In Syria, the ongoing armed conflict poses immense challenges to peacebuilding efforts and has dramatically reduced safe spaces for civil society activities. Yet even under the harshest of circumstances, Syrian women have held onto the spaces that do exist and created new ones to continue their activism and achieve social justice within their communities.
In 2019, we witnessed a huge mobilisation of women revolutionaries taking the lead in protests and uprisings all over the world. At the same time, women human rights defenders face increasing discrimination and threats to their lives due to authoritarianism and militarised regimes, far-right mobilisation, neo-conservatism and a shrinking space for civil society.
This is largely the case in Syria, where the ongoing armed conflict poses immense challenges to peacebuilding efforts by civil society actors and organisations. All too often, feminist grassroots activists on the frontlines of the resistance bear the brunt of the violence.
Yet even under the harshest of circumstances, Syrian women have pursued their vision with courage and determination, holding onto spaces for change to continue their activism in pursuit of social justice within their communities.
Sisterhood among Syrian women
Peaceful demonstrations against the Syrian regime in 2011 and the regime’s violent response contributed to the birth of a civil society movement in the country. Across political, ideological and religious differences, grassroots feminists started to come together for informal discussions on how to collaboratively bring about change.
These discussions propelled action, leading to meetings and joint campaigns with bonds of trust behind them.
“Having these spaces is essential for women to build a sisterhood,” says Oula Ramadan, the Director of Badael, one of WILPF’s partner organisations in Syria. Badael supports local-level peacebuilding, rights-based campaigning and non-violent activism. “From these safe spaces, we can build solidarity among women and expand our reach outwards.”
Responding to the needs of Syrian organisations
WILPF is committed to prioritising the needs of Syrian women in its support of women-led and feminist organisations in the country. Constant communication between WILPF’s Middle East and North Africa (MENA) team and diverse groups of women ensures a dynamic, participatory and locally informed approach.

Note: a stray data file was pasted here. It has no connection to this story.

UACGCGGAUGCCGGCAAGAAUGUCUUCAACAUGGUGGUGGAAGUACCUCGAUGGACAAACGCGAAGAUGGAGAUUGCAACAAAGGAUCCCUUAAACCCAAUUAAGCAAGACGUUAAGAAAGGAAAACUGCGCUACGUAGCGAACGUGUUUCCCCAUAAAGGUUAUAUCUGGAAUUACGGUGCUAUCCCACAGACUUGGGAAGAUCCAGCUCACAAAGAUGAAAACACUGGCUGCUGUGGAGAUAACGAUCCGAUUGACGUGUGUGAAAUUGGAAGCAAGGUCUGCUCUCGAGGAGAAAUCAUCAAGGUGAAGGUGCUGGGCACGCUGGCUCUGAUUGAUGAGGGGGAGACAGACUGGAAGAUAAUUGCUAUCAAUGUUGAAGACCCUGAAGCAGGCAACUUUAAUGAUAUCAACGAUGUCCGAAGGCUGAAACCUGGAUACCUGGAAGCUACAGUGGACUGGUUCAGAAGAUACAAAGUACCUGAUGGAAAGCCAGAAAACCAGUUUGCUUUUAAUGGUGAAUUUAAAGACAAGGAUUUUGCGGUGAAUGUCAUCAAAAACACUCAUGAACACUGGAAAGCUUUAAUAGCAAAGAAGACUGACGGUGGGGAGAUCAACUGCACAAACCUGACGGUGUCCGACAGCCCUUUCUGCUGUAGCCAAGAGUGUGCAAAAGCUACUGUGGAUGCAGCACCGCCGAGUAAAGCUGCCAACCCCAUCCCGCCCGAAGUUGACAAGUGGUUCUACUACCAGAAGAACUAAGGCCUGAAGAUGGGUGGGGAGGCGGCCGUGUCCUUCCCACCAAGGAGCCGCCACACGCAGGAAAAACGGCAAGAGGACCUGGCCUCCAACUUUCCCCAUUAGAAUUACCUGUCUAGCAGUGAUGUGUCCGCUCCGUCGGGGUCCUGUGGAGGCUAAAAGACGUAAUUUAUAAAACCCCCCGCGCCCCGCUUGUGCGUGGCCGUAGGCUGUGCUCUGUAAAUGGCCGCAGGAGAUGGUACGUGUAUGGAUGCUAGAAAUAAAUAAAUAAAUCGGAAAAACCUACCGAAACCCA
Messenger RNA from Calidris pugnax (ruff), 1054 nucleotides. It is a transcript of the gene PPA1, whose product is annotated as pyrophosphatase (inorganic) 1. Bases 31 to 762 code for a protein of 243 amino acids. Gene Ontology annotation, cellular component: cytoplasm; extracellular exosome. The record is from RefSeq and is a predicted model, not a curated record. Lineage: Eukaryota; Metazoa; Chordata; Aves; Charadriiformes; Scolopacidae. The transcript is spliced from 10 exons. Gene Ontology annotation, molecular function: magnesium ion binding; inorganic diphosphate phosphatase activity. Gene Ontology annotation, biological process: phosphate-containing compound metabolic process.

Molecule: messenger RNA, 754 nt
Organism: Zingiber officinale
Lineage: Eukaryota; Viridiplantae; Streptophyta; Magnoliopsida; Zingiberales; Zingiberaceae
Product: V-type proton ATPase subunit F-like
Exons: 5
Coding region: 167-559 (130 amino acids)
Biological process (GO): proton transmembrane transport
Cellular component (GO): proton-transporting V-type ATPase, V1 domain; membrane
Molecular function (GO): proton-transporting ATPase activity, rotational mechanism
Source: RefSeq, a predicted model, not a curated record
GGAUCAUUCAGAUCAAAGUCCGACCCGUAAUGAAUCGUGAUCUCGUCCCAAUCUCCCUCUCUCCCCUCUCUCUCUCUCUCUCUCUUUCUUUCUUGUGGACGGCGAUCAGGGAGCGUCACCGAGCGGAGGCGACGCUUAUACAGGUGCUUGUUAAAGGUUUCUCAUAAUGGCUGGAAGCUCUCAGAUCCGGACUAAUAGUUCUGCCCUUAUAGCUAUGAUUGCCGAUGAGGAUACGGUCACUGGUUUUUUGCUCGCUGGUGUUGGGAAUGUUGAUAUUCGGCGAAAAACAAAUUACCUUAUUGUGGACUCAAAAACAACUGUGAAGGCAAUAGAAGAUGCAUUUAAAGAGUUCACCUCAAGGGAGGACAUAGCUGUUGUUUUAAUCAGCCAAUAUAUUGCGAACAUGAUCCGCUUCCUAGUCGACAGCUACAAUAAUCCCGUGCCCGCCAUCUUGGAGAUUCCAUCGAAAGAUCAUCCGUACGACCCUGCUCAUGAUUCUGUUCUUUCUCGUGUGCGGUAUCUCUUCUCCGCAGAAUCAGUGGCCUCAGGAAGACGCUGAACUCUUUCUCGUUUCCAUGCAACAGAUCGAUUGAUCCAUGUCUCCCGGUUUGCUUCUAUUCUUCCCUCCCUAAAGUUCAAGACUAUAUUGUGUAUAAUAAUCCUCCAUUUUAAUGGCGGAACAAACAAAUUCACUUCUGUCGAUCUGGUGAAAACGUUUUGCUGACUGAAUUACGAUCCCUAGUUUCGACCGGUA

Through early consultations held to deepen the understanding of the challenges facing Syrian organisations, funding was identified as one of the key challenge areas. Grants and other forms of financial aid are often short term and project-specific, leaving day-to-day administrative costs unaccounted for. This hinders organisations’ responsiveness as immediate needs arise, and constrains the thinking space required for furthering feminist agendas.
In response, in 2017 WILPF’s MENA team launched the Feminist Movement for Change in Syria project to provide flexible funding, tailored technical support and opportunities for networking and coordination to support Syrian feminist organisations’ independence and agency. In 2019, the project had expanded to support 13 different Syrian partner organisations to further their feminist agendas.
Feminists in conversation
Adjusting existing frameworks to address the multitude of challenges faced by women-led grassroots organisations brings us closer to reaching feminist peace.
Over the past year, WILPF took additional steps to address these challenges by facilitating spaces for feminist dialogues, shared learning and coordination across the MENA region and beyond.
In February 2019, this took the form of a meeting in Berlin to explore feminist political economy perspectives on conflict and post-conflict Syria. Syrian activists, along with Bosnian feminist experts, discussed how feminist political economy tools could be leveraged to strategise for peace.
In July 2019, 47 Syrian and Bosnian feminist activists met in Sarajevo for feminist solidarity dialogues. This came five years after the first of these dialogues was held in 2014. Over the course of three days of knowledge sharing, the participants exchanged experiences and spoke on reconstruction, justice and return.
Oula Ramadan attended the meeting last year as well as the one in 2014. She described it as an intensive learning experience, and symbolic of shared struggle and sisterhood.
Despite the attendees coming from many different backgrounds, Oula remarked: “Sharing the experience of struggle on a personal level is the source of our strength.”
Change is already happening
Safe spaces for learning and networking between women peace activists are essential for promoting gender-sensitive approaches to peacebuilding and post-conflict transitions. At the same time, strengthening the capacities of Syria’s civil society organisations and actors has meant strengthening the movements that drive change.
There are countless stories to suggest that despite shrinking space for civil society in Syria, women are determined to continue working for peace. Their persistence in making room for feminist peace activism means many more rooms full of strength, resistance and sisterhood.